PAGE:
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Just like humans, dogs also vary in their temperament. Some are naturally couch potatoes whereas others are hyperactive and require exercise on a regular basis to keep them calm and controlled. The Pit-bull dachshund breed mix and pocket pitbull are an example of extremely hyperactive dogs. They require higher than average level of exercise in contrast to a normal dog.
Importance of keeping your dog busy!
Bored pets precede trouble. The owner is the center of their entertainment as well as attention. The reason is that most the dog’s breed is for the specific purpose like guarding, hunting or other activities. When we bring a dog home, it is on us that we cater to their behavioral needs and provide them an appropriate outlet for their physical and mental energy. Failure to provide them appropriate activities and entertainment will result in the depiction of negative dog behavior like destructive chewing of shoes as well as curtains.
According to studies, it has been suggested that interactive activities are very important for dogs and the type and regularity of activities indicate the quality of your pup’s life. – Mark Evans, former RSPCA chief veterinarian. The depiction of negative behavior can be reduced many folds by engaging them in activities a few times a day. Your shoes and curtains will be safe from destructive chewing once their energy is toned down.
1. Outdoor Walks in sun
To avoid cold, you should take your dog outdoor in the late morning and afternoon hours when the temperature is relatively warmer. When the temperature is sunny, one should play outside; the sunlight provides an additional benefit to you and your dog- VITAMIN D.
2. Snow removal from yard
Snow is extremely fun nonetheless it can be equally unsafe for the pup. The piles of snow around the fences serve as an escape route even for the most trained dogs. It is necessary to pile the snow away from the fence after clearing up the yard, to stop the dog from escaping. The accumulation of snow and ice on the rooftops can be dangerous. It can wound your dog by sliding in case of temperature drop or sun heat. If you are unable to clear your roof, at least keep your dog at a distance from roof extension to minimize the chances of injury.
3. Dog Paw Care
Foot cracks are a MUST in winters. Just like humans, dogs also get their paws cracked in winters. It is evident for a hyper active dog. Trim away the hair that grows in the pads to overcome ice buildup in it The snow salt present on the sidewalks is also toxic to dog’s pads. It is important to rinse and wipe up your pup’s paw after a walk in the neighborhood, or else it will wipe it off by licking. In case, your dog is showing signs of discomfort during walks outside; you should invest in booties for protection.
4. Proper hydration
Dogs tend to become dehydrated in winters as easily as in summer due to constant panting. Despite the fact that dogs tend to eat snow, yet it is not a substitute for fresh water. It is very essential to ensure tht they are sufficiently hydrated throughout winters. A hyperactive dog will pant a lot and get dehydrated soon. During the play time in a yard, ensure the availability of a water bowl close by.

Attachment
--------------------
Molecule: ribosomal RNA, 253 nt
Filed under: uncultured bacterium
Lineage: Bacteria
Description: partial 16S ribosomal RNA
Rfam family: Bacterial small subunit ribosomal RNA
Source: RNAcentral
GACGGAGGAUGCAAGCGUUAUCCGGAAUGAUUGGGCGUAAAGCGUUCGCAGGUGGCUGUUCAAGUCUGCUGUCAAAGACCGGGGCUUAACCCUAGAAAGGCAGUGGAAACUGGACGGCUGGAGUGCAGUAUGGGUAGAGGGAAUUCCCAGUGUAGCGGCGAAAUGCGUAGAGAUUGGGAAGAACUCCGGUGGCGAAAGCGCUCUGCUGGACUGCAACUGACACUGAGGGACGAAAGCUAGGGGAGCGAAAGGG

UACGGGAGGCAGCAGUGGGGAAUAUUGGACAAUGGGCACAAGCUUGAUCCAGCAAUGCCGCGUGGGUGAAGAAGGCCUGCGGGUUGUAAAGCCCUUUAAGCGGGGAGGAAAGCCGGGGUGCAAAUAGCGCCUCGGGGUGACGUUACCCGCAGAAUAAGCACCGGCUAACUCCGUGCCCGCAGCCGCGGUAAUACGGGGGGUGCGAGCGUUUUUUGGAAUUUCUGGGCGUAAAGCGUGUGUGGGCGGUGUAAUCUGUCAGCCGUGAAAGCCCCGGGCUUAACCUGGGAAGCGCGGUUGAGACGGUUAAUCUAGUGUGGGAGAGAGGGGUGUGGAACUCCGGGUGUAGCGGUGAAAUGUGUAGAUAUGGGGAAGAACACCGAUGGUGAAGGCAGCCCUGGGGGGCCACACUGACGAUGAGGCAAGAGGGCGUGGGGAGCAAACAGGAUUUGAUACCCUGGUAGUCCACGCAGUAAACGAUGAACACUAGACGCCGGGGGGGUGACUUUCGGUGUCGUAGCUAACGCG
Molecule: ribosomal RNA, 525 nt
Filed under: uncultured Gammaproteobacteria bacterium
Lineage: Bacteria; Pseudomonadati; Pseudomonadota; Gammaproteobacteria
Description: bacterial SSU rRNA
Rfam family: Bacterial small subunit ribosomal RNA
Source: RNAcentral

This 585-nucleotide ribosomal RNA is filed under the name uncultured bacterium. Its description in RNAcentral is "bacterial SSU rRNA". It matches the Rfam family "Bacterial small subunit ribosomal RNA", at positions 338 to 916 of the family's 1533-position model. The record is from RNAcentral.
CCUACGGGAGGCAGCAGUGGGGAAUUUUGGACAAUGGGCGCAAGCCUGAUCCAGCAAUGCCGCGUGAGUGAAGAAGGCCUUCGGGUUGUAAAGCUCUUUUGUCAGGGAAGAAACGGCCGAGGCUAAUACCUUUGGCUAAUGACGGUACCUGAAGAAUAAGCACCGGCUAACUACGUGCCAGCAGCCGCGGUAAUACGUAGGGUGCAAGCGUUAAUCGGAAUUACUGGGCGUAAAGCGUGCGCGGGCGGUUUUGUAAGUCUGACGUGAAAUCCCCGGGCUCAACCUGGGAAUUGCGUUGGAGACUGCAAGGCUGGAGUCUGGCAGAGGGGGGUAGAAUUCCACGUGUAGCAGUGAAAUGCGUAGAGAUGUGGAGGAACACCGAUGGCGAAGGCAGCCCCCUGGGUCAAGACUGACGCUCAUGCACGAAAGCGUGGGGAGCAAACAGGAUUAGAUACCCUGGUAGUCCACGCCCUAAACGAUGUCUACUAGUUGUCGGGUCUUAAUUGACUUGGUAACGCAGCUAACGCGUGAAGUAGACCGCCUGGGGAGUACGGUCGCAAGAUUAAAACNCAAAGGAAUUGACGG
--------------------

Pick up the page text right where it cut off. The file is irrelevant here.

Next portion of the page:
5. Look out for toxin
Winters are impossible without antifreeze. The antifreeze is sweet for children and dogs. Some dogs will automatically lick it off the snow or swill it. It is very toxic and comes with a warning that states “small dose can be terminal.” It is very important to retain the dog away from the places where he can be proximate to toxins like garage and driveways.
6. Grooming the dog.
Moreover, Cleanliness is very important, but it holds more significance in the case hyper active dogs. For proper insulation, a clean and well-groomed coat is very essential as he will spend most of the time outdoors. Also, it is necessary to thoroughly dry up your fussy pup after a bath, before he runs off to the outside.
Apart from grooming the dog, some dog breeds have naturally thick fur that can keep them warm in extremely dropped temperatures whereas for some their natural might not be enough to protect them from cold. They can wear a sweater or coat.
7. Limited outdoor time
Furthermore, the fuzziest pet loves outdoors, but the fuzziest of all can easily catch a cold in winters. There is the high probability of frostbite to ears, paws as well as tails. Apart from frost bite, another concern is hypothermia. If a dog spends a lot of time outside, he might have hypothermia. The mild cases entail shivering whereas worst-case scenario includes depression and lethargy.
Although it is important to frequently take them out for a walk in case of the drop in temperature they should not be left outdoors for longer periods of time. A rule of the thumb is to go out with the dog and take him back inside with you when you are ready. In case he is playing out in the yard, it should be made sure on several occasions that it is not showing symptoms of cold.
Fiona Appleton is a Labrador owner. She is the manager of https://ultimatehomelife.com/ that has been developed to help people solve the troubles of pet ownership. She is an active advocate of animal protection campaigns. She wants people to understand that dog-behavior is reflective of our behavior.